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Financial Services Law Insights and Observations

Illinois enacts 36 percent rate cap for consumer loans, creates state community reinvestment act

State Issues State Legislation Interest Rate CRA Predatory Lending Consumer Finance

State Issues

On March 23, the Illinois Governor signed the Predatory Loan Prevention Act, SB 1792, which prohibits lenders from charging more than 36 percent APR on all non-commercial consumer loans under $40,000, including closed-end and open-end credit, retail installment sales contracts, and motor vehicle retail installment sales contracts. For purposes of calculating the APR, the act requires lenders to use the system for calculating a military annual percentage rate under the Military Lending Act. Any loan with an APR exceeding 36 percent will be considered null and void “and no person or entity shall have any right to collect, attempt to collect, receive, or retain any principal, fee, interest, or charges related to the loan.” Additionally, a violation constitutes a violation of the Illinois Consumer Fraud and Deceptive Business Practices Act, and carries a potential fine up to $10,000. The act also contains an anti-evasion provision that prohibits persons or entities from “making loans disguised as a personal property sale and leaseback transaction; disguising loan proceeds as a cash rebate for the pretextual installment sale of goods or services; or making, offering, assisting, or arranging a debtor to obtain a loan with a greater rate or interest, consideration, or charge than is permitted by this Act through any method including mail, telephone, internet, or any electronic means regardless of whether the person or entity has a physical location in the State.”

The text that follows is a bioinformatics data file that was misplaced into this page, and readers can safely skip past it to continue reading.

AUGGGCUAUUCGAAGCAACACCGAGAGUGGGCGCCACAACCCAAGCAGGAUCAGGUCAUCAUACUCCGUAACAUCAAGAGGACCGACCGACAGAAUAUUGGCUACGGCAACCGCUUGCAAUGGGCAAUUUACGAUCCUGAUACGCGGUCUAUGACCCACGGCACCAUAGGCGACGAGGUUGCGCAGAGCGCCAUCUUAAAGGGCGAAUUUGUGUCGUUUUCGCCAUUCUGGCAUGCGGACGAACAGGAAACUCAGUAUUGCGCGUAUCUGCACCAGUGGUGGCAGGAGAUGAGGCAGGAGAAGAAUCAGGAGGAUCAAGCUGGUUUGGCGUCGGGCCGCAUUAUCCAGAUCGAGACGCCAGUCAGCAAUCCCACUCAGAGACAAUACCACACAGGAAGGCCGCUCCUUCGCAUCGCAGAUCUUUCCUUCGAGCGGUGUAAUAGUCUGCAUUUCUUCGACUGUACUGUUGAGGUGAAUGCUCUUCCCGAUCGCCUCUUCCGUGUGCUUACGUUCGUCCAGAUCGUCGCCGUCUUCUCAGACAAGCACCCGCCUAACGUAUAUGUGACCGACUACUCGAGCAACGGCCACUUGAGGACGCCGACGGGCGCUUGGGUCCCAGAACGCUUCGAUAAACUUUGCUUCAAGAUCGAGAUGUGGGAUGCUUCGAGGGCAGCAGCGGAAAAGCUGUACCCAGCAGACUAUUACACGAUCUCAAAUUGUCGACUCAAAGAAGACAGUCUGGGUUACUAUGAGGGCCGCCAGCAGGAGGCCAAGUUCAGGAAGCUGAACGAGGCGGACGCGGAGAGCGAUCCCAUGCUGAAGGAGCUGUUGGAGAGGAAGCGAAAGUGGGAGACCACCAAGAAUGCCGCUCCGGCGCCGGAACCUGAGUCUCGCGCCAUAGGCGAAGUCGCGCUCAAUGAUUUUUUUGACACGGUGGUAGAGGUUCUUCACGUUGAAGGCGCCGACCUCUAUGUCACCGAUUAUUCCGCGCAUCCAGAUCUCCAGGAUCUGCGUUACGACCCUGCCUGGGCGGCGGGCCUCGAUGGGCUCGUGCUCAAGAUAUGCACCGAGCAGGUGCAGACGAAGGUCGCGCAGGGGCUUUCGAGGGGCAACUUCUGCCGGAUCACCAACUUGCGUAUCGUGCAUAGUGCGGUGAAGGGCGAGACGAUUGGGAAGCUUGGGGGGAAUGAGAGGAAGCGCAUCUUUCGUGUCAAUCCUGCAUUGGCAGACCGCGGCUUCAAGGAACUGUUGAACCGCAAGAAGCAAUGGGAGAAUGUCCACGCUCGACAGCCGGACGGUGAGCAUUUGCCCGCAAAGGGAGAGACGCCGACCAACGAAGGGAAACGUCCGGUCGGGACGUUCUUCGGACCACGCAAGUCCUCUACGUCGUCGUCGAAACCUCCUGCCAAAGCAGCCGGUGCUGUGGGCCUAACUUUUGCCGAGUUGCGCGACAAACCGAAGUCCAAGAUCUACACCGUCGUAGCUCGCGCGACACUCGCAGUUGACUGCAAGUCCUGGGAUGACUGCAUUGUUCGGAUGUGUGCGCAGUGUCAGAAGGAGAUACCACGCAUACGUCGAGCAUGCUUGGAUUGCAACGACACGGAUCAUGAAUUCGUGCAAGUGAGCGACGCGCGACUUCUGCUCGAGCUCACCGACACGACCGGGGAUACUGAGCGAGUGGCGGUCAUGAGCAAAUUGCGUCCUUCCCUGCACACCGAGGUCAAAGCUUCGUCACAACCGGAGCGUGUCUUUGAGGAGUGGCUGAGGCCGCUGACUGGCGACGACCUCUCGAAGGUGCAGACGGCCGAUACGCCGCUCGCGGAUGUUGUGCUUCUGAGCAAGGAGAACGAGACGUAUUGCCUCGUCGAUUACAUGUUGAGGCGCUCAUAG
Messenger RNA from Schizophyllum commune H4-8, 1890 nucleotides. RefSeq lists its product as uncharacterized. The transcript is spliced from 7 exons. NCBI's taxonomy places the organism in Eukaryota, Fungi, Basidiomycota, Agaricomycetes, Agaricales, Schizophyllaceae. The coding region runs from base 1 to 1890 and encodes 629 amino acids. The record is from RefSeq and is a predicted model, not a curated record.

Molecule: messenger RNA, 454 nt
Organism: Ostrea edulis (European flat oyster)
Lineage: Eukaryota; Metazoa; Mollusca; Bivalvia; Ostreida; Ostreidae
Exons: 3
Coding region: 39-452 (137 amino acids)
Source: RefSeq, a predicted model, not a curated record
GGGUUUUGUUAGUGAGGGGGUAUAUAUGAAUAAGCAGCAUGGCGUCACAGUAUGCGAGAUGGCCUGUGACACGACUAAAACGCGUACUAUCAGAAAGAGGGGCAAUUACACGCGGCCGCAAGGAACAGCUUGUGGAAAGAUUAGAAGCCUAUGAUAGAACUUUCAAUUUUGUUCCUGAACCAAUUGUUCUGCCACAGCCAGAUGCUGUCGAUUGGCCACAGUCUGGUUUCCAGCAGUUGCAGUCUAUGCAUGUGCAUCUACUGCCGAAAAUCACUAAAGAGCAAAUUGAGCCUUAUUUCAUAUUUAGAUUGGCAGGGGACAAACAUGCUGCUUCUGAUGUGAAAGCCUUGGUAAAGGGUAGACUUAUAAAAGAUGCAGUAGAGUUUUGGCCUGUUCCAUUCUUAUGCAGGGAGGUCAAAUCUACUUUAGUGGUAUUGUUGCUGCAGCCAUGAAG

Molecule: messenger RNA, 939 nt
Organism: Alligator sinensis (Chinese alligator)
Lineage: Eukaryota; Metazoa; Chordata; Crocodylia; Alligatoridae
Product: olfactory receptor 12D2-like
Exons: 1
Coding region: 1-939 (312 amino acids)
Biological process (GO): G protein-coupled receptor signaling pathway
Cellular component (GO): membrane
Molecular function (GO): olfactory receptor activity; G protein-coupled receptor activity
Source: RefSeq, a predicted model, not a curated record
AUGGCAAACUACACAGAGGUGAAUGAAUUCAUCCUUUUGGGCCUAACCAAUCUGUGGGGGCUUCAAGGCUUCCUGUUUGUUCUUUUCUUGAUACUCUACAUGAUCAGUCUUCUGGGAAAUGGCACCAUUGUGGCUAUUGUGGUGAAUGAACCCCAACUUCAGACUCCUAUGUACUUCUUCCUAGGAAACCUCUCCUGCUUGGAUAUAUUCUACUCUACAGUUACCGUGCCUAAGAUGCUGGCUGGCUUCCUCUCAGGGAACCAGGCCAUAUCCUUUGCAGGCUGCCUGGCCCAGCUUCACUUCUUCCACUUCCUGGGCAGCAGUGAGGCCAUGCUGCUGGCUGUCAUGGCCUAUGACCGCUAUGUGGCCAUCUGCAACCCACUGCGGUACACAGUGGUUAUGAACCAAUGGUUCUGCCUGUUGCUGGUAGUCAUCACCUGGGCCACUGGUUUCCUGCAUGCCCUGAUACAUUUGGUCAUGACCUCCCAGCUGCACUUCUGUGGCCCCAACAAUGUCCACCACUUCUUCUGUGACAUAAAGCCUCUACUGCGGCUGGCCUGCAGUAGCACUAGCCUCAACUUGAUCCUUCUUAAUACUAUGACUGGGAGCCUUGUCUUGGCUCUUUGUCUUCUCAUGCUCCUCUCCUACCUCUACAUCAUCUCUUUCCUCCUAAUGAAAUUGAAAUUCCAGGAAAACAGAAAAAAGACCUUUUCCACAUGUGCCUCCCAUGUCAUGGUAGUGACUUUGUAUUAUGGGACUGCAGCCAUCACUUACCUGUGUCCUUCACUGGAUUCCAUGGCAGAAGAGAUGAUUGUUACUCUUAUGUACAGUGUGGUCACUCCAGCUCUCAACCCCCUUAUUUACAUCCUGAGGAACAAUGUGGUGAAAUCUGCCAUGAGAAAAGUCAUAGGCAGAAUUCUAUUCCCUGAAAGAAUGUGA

The same day, the governor also signed SB 1608, which, among other things, creates a state version of the Community Reinvestment Act. The act will allow the state to assess whether covered financial institutions, including state-chartered banks, credit unions and non-bank mortgage lenders, are meeting the needs of local communities, including low-income and moderate-income neighborhoods. Financial institutions’ lending practices and community development/redevelopment program investments will be examined by the Secretary of Financial and Professional Regulation, who is granted the authority to conduct examinations in compliance with other state and federal fair lending laws including, but not limited to, the Illinois Human Rights Act, ECOA, and HMDA.

Both acts are effective immediately.

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